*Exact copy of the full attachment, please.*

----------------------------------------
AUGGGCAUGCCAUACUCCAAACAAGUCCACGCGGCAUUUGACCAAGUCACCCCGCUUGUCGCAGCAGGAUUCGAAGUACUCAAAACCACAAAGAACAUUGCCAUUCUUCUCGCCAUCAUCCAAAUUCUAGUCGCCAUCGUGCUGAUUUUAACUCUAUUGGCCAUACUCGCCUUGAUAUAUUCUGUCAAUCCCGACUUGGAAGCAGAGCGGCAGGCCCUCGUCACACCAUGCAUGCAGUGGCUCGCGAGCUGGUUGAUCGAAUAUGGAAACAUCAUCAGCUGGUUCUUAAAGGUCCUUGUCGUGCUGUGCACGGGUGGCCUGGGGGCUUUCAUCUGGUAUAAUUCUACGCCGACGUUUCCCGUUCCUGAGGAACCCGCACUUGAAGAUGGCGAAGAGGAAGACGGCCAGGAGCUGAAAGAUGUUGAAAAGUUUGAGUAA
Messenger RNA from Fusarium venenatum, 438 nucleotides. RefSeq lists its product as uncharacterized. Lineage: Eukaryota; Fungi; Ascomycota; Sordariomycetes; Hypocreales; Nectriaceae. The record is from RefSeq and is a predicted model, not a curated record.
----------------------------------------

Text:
AUGGGCAUGCCAUACUCCAAACAAGUCCACGCGGCAUUUGACCAAGUCACCCCGCUUGUCGCAGCAGGAUUCGAAGUACUCAAAACCACAAAGAACAUUGCCAUUCUUCUCGCCAUCAUCCAAAUUCUAGUCGCCAUCGUGCUGAUUUUAACUCUAUUGGCCAUACUCGCCUUGAUAUAUUCUGUCAAUCCCGACUUGGAAGCAGAGCGGCAGGCCCUCGUCACACCAUGCAUGCAGUGGCUCGCGAGCUGGUUGAUCGAAUAUGGAAACAUCAUCAGCUGGUUCUUAAAGGUCCUUGUCGUGCUGUGCACGGGUGGCCUGGGGGCUUUCAUCUGGUAUAAUUCUACGCCGACGUUUCCCGUUCCUGAGGAACCCGCACUUGAAGAUGGCGAAGAGGAAGACGGCCAGGAGCUGAAAGAUGUUGAAAAGUUUGAGUAA
Messenger RNA from Fusarium venenatum, 438 nucleotides. RefSeq lists its product as uncharacterized. Lineage: Eukaryota; Fungi; Ascomycota; Sordariomycetes; Hypocreales; Nectriaceae. The record is from RefSeq and is a predicted model, not a curated record.